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Southside Family Fun Fest set for Labor Day weekend in Elkhart

Organizers hope it’s another step in the right direction following troubles over the Fourth of July weekend.

Posted on Aug. 24, 2014 at 9:30 p.m.

ELKHART — Two months after tensions arose on West Garfield Avenue, organizers hope a Labor Day weekend festival on the south side of Elkhart can be another step in improving relations with law enforcement.

Police, fire and the Indiana National guard will be participating in the Southside Family Fun Fest Sunday, Aug. 31 at Roosevelt Park, according to organizers.

What started out as a small barbecue contest has blossomed into a full-fledged Labor Day weekend festival that some organizers said they’d like to see happen every year forward.

The event will run from about 2 p.m. to 8 p.m.

“It’s gonna be a great day for the south side,” said Robert Taylor, one of the organizers.

The festival will include a live music stage in front of a large Jumbotron video screen where karaoke, a gospel music tribute and talent contest are planned.

Games and other activities for children are also planned.

The event is sponsored by My Hood Needz Me and organized by various groups with an interest in the city’s south side.

Elkhart Police will have elements of its Night Out Against Crime program at the event, according to Taylor and Jason Moreno, a community organizer with LaCasa, Inc.

The fire department will bring its safety trailer. Representatives of the Indiana National Guard are also expected to participate.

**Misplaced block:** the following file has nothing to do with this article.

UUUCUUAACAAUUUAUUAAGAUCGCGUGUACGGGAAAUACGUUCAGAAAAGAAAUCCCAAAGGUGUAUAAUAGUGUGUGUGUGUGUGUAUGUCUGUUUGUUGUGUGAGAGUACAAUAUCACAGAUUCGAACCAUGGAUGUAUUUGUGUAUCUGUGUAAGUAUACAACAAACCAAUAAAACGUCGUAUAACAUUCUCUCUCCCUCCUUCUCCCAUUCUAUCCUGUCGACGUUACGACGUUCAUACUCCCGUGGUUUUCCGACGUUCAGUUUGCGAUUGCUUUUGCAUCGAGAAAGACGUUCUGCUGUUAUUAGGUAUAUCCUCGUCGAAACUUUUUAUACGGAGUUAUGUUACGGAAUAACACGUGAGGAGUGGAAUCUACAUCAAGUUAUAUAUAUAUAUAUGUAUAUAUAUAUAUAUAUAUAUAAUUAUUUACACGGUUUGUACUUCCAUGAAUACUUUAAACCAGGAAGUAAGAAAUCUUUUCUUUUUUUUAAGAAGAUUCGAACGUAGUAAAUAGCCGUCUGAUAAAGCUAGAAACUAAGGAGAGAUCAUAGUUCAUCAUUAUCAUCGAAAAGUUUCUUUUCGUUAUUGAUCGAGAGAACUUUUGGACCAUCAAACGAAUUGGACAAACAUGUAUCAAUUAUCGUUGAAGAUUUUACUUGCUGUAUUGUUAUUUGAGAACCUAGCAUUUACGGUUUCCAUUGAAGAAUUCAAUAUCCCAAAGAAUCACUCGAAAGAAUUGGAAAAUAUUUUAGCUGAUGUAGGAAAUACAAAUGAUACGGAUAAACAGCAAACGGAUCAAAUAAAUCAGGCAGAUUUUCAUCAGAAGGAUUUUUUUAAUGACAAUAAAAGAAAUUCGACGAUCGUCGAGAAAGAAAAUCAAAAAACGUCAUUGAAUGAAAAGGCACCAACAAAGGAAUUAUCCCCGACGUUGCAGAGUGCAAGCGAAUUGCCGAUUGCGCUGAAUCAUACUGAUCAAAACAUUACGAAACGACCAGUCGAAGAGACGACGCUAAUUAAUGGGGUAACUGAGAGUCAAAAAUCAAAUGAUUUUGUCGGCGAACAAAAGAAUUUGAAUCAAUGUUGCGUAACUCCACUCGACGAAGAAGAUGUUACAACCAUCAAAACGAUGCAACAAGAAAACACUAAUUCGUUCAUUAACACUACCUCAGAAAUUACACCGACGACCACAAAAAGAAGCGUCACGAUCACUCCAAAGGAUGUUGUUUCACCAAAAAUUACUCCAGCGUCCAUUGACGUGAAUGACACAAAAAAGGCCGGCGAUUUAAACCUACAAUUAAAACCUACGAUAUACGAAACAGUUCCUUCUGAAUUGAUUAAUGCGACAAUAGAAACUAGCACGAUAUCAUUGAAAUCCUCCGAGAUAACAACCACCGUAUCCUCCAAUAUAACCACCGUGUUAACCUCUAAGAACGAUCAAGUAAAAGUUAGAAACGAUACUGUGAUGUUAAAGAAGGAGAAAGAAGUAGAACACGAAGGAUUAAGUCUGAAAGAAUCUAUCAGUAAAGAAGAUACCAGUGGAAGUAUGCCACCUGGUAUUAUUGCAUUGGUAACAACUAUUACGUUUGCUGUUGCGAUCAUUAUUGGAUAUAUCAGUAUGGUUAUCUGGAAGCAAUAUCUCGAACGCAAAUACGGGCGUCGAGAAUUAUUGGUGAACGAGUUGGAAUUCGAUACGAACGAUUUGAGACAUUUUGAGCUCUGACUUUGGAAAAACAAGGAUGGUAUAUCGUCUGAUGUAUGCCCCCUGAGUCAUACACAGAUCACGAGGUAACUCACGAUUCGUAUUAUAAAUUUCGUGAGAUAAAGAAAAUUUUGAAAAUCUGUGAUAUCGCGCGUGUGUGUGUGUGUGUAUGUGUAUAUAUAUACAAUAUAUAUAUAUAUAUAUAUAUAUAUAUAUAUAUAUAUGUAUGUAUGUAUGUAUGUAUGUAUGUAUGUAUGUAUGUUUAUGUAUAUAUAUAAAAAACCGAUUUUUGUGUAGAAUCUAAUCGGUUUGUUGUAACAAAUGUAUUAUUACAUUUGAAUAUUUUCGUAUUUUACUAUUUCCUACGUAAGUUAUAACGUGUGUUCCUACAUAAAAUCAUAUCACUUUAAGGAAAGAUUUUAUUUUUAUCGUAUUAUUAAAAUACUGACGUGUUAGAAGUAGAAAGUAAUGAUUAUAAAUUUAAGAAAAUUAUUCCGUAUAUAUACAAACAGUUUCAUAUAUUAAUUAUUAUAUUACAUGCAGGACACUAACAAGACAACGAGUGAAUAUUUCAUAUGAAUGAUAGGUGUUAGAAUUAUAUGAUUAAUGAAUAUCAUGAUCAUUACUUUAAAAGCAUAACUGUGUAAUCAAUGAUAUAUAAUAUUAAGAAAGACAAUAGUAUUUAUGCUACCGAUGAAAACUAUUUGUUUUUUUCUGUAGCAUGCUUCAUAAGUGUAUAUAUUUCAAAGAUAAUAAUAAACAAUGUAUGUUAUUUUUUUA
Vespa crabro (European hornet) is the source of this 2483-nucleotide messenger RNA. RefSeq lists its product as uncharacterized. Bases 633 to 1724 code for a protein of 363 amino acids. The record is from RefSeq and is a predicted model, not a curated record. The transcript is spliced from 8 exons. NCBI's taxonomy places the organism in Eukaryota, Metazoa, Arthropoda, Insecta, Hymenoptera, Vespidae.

Taylor and others are confident the upcoming holiday weekend will mark a stark contrast to the last holiday weekend – the Fourth of July – when an attack on an Elkhart police officer sparked complaints afterward of police harassment and retaliation.

What followed has been eight weeks of criticism and reflection capped Friday by an announcement from Elkhart Mayor Dick Moore that he intends to make changes to improve police relations with south central residents.

Taylor said he thinks the attack on an officer and the simmering emotions afterward were an isolated incident that doesn’t accurately reflect the community.

The timing of the festival, Taylor said, could not be better.

“This event can boost the morale in the community (and) show that we can still come together after a situation,” Taylor said.

A presence by police and other authorities is welcomed, he said, because it will represent a side of the police that the community wants to see.

Ironically, the sound stage will be located in the southwest part of Roosevelt Park at the corner of Prairie Street and Garfield Avenue, just half a block away from where tensions arose eight weeks ago.

Contestants in the barbecue event who pay a $25 entry fee will begin cooking as early as 7 a.m.

Samples will be sold beginning about 3 p.m. and proceeds from those sales will go towards the purchase of equipment needed for a proposed Friday night movie program at the Historic Roosevelt Center that could begin later this year, according to Moreno.

Aside from serving as a fund raiser, Taylor said they ultimately want to create a family-oriented event that could serve as an attraction for the entire community.

Organizers said they have about 15 booths reserved for the festival and have room for more.

There’s also room for more cook off contestants. To learn more, call Taylor at 226-4328.

Many of the vendors will have crafts and represent various non-profit groups, Taylor said.

Karaoke is scheduled to start from the beginning of the festival, followed by a gospel music tribute to the late Elkhart fireman, Michael Hadley.

A talent contest is also planned and organizers lined up the support of radio station WSMK, 99.1.


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